Jeremy Hinzman tells MICHAEL VALPY that he enlisted to get an education, not to kill people. But his superiors wouldn't listen and ordered him to pack for Iraq. Instead, he packed up his family and hightailed it north. Now, Canada must decide: Can a U.S. Army deserter be considered a refugee?
On a snowbound afternoon 955 kilometres north of where the U.S. Army says he should be, Private First Class Hinzman, Jeremy D., No. 503946779, is sitting in the sunroom of the rambling old mansion owned by Toronto's pacifist Quakers. He is describing the chants he learned in basic training.
"You're always walking around in formation. And you have this [marching] chant: 'We're trained to kill, and kill we will.' And during bayonet training, the instructors ask this question, 'What makes the grass grow?' and everyone chants in response, 'Blood, blood, blood.' "
The U.S. Army wants him in Fort Bragg, N.C., home of the 82nd Airborne Division, "America's Guard of Honor." But this week Mr. Hinzman, 25, passed the 30-day limit for being absent without leave. He officially became a deserter.
Just before midnight on Jan. 2, he and his wife, Nga Nguyen, 31, quietly loaded their 21-month-old son, Liam, and a few belongings into their 1996 Chevrolet Prism and disappeared into the darkness for a 17-hour drive to the Canadian border. They left just before his unit -- the second battalion of the 504th Parachute Infantry Regiment -- was shipped overseas.
As a result, Mr. Hinzman is believed to be the first U.S. soldier to apply for refugee status in Canada after refusing combat duty in Iraq -- the first echo of the 12,000 deserters and 20,000 draft resisters who came north more than 30 years ago to escape the Vietnam War.
In 2002, Mr. Hinzman asked the army to declare him a conscientious objector because he had arrived at the religious conviction that killing and war in any guise are wrong. His request was rejected.
He has in principle the basis for a refugee claim. He believes that the invasion of Iraq is an international human-rights violation in which he cannot morally take part; he says he will be subjected to persecution for this belief if sent back: imprisonment and dishonourable discharge, leading to discrimination in the job market. ("They were always telling us, 'You get dishonourable discharge and you're going to be flipping burgers your whole life.' ")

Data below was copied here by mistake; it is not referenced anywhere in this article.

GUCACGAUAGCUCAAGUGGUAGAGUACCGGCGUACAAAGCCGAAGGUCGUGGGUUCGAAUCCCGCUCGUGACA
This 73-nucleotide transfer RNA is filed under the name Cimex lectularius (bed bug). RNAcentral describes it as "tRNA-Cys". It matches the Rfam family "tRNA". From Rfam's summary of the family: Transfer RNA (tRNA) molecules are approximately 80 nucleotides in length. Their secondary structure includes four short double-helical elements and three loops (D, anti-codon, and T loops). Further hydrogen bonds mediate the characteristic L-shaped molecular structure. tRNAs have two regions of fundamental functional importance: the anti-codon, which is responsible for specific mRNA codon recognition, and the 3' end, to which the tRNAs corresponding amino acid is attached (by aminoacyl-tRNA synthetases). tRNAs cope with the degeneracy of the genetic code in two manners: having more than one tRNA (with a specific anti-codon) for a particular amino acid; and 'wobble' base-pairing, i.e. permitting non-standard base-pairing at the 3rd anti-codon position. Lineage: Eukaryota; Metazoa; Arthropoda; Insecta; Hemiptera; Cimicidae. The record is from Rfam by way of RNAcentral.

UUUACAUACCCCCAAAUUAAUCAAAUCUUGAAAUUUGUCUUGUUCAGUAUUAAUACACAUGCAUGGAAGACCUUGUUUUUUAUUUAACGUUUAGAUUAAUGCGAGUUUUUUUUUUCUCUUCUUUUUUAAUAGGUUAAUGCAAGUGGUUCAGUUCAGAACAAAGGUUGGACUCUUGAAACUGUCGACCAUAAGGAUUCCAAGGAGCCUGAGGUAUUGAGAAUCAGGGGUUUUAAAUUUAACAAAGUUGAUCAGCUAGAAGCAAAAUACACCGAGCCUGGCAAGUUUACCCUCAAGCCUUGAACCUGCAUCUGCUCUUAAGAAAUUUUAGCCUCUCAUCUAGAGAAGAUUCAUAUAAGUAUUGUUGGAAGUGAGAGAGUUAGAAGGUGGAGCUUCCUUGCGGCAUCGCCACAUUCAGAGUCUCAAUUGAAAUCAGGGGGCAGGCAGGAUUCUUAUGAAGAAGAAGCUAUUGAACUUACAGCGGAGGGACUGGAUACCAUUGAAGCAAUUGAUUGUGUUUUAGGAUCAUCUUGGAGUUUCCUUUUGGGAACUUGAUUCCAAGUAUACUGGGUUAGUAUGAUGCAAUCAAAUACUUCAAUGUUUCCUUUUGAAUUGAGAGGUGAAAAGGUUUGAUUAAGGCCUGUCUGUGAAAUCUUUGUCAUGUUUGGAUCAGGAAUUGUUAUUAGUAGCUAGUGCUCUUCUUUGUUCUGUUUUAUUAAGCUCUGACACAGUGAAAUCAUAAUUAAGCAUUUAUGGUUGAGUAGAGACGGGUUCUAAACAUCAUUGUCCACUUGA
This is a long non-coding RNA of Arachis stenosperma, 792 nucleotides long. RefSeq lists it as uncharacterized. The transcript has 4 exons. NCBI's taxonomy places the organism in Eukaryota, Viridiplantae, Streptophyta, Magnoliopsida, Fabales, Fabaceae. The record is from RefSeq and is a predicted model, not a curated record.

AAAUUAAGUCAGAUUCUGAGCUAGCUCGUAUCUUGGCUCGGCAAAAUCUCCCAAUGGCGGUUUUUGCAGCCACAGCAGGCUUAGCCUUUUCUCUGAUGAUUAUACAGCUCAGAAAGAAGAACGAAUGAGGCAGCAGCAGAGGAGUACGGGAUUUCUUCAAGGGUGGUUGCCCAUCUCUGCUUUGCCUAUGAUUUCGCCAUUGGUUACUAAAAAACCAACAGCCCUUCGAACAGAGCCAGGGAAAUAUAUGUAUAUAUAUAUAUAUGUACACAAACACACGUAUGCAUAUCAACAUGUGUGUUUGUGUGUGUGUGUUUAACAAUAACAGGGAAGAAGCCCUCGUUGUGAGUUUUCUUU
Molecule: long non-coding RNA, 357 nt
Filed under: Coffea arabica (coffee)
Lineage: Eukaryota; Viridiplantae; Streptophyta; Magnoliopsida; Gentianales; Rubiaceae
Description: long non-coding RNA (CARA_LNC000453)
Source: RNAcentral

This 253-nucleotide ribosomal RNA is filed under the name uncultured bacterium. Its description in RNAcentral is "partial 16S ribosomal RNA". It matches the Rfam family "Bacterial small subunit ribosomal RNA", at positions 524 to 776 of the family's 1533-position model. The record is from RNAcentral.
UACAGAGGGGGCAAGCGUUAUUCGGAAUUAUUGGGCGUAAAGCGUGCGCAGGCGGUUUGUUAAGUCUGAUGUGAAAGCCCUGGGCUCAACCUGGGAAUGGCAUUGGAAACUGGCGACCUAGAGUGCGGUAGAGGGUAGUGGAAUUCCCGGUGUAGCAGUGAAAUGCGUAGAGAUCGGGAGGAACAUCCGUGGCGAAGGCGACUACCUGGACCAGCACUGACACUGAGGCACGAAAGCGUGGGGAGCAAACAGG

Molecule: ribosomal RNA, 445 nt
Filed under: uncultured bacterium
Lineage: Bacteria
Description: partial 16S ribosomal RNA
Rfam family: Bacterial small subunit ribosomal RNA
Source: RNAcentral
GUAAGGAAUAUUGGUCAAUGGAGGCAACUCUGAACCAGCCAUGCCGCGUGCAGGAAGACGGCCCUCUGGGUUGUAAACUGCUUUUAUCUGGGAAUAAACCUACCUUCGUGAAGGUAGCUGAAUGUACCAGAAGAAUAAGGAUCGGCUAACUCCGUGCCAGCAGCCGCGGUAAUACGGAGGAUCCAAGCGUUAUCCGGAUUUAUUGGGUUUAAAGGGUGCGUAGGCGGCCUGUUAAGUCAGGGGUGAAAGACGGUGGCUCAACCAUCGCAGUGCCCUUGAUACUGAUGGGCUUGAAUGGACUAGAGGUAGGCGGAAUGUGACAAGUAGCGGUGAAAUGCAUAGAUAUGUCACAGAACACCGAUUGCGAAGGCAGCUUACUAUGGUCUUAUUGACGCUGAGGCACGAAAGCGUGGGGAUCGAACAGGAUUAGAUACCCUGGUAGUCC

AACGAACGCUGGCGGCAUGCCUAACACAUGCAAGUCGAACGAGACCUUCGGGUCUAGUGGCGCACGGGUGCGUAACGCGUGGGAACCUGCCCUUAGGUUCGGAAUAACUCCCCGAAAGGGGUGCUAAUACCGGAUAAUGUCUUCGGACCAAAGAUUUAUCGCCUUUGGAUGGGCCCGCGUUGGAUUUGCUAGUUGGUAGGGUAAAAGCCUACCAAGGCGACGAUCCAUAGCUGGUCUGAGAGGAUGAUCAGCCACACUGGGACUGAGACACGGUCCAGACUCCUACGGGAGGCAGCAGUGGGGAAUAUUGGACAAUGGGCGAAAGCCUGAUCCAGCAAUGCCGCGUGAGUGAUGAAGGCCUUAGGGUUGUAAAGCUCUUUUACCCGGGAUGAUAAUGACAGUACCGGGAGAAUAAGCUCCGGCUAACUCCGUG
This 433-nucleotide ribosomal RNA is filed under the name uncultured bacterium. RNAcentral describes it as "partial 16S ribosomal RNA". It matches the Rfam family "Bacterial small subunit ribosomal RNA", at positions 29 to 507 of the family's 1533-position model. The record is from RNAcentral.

There is a precedent of sorts. Canada accepted an Iranian conscript who said he had deserted thinking his country was going to use chemical weapons.
In practice, however, the odds that Mr. Hinzman will be declared a refugee are not robust. "For Americans of any sort," says University of Toronto law professor Audrey Macklin, an expert on refugee law, "the chances are low. Extremely low. Very rare." As in, there may be a couple of favourable decisions by the Immigration and Refugee Board that have escaped notice.
Chuck Fager is executive director of Quaker House in Fayetteville, the city bordering Fort Bragg. Last year, his counsellors received 6,000 calls from troubled soldiers. He says Mr. Hinzman fits the profile of today's recruits: undereducated people from small-town and rural America with few employment opportunities who join up for the money.
Both Mr. Hinzman and his wife grew up in Rapid City, S.D., population 62,000, in the shadow of Mount Rushmore. After high school, he decided not go to college because he was afraid of saddling himself with student debt and "starting a whole cycle of middle-class existence." He went to work as a baker.
Ms. Nguyen earned an undergraduate social-work degree from the University of South Dakota and found a job working with disadvantaged preschool children. She met her future husband through a mutual acquaintance and fell in love.
They moved to Boston in 2000 to experience life in a big city. Ms. Nguyen, burned out from social work, found a job in a health-food store. Mr. Hinzman took whatever employment he could find.
They wanted to start a family, but Mr. Hinzman felt his life was going nowhere and hit on the idea of joining the army. If he served a four-year stint, the military would give him $50,000 he could use for college. Ms. Nguyen tried to talk him out of it. "I could see his thinking . . . but the military! I finally said, 'You decide, and I'll support you.' "
He enlisted on Jan. 17, 2001, leaving Ms. Nguyen -- they had married a few weeks earlier -- in Boston while he did his basic training at Fort Benning in Georgia.
At first, he liked the army. He signed up for a paratroop regiment. He liked the camaraderie. He liked the idea of free housing and subsidized groceries. "Shooting rockets and machine guns and jumping out of planes, it's all fun until you start to think about the bigger picture and what it's all about."
Meaning an army's bottom-line purpose is to kill people. "Right. And the chants, that was disconcerting to me. I mean, you could play the game and yell it, but you could see that your fellow trainees were really getting into it . . . like they were totally losing their whole notion of self, turning into these little automatons. It was kind of frightening to me, but I pushed it to the back of my head. It was a pretty easy game to play."
Before enlisting, he had become interested in Buddhism, and one day at Fort Benning, the sergeant was doing his rounds and found him in the lotus position, meditating. "There was a big to-do about that, and people found out and were asking questions -- 'What the heck were you doing?' -- and I had to explain myself."
In July, 2001, Mr. Hinzman finished training and was posted to Fort Bragg. He was assigned a two-bedroom sixplex house with a little yard, and Ms. Nguyen joined him.